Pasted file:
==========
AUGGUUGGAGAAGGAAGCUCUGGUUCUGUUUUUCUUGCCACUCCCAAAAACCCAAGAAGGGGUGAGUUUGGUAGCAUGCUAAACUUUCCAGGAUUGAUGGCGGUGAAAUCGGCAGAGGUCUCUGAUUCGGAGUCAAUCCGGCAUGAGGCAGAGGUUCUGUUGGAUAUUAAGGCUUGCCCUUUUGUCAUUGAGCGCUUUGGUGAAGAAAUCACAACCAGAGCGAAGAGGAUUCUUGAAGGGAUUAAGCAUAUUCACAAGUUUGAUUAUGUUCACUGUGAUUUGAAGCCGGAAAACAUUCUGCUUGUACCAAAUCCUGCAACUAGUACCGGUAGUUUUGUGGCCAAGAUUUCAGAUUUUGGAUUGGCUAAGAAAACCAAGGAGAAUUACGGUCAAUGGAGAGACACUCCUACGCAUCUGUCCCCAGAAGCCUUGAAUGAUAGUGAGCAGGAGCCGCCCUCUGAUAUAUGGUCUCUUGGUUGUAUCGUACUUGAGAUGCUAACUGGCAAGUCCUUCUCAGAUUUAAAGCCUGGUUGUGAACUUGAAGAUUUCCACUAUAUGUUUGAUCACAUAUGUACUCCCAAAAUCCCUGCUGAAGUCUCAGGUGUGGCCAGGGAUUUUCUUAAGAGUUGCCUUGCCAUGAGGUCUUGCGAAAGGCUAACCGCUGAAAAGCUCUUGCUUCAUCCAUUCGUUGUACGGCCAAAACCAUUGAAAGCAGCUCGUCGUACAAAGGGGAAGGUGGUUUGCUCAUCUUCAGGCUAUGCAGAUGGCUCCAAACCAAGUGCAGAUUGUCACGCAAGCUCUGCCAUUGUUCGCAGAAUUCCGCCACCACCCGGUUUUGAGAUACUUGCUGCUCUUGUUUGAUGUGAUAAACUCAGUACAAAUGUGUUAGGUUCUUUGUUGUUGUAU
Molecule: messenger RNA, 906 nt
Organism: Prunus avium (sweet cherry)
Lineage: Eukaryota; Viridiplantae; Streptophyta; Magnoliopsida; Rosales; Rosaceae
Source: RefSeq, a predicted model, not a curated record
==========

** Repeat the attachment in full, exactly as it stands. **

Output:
AUGGUUGGAGAAGGAAGCUCUGGUUCUGUUUUUCUUGCCACUCCCAAAAACCCAAGAAGGGGUGAGUUUGGUAGCAUGCUAAACUUUCCAGGAUUGAUGGCGGUGAAAUCGGCAGAGGUCUCUGAUUCGGAGUCAAUCCGGCAUGAGGCAGAGGUUCUGUUGGAUAUUAAGGCUUGCCCUUUUGUCAUUGAGCGCUUUGGUGAAGAAAUCACAACCAGAGCGAAGAGGAUUCUUGAAGGGAUUAAGCAUAUUCACAAGUUUGAUUAUGUUCACUGUGAUUUGAAGCCGGAAAACAUUCUGCUUGUACCAAAUCCUGCAACUAGUACCGGUAGUUUUGUGGCCAAGAUUUCAGAUUUUGGAUUGGCUAAGAAAACCAAGGAGAAUUACGGUCAAUGGAGAGACACUCCUACGCAUCUGUCCCCAGAAGCCUUGAAUGAUAGUGAGCAGGAGCCGCCCUCUGAUAUAUGGUCUCUUGGUUGUAUCGUACUUGAGAUGCUAACUGGCAAGUCCUUCUCAGAUUUAAAGCCUGGUUGUGAACUUGAAGAUUUCCACUAUAUGUUUGAUCACAUAUGUACUCCCAAAAUCCCUGCUGAAGUCUCAGGUGUGGCCAGGGAUUUUCUUAAGAGUUGCCUUGCCAUGAGGUCUUGCGAAAGGCUAACCGCUGAAAAGCUCUUGCUUCAUCCAUUCGUUGUACGGCCAAAACCAUUGAAAGCAGCUCGUCGUACAAAGGGGAAGGUGGUUUGCUCAUCUUCAGGCUAUGCAGAUGGCUCCAAACCAAGUGCAGAUUGUCACGCAAGCUCUGCCAUUGUUCGCAGAAUUCCGCCACCACCCGGUUUUGAGAUACUUGCUGCUCUUGUUUGAUGUGAUAAACUCAGUACAAAUGUGUUAGGUUCUUUGUUGUUGUAU
Molecule: messenger RNA, 906 nt
Organism: Prunus avium (sweet cherry)
Lineage: Eukaryota; Viridiplantae; Streptophyta; Magnoliopsida; Rosales; Rosaceae
Source: RefSeq, a predicted model, not a curated record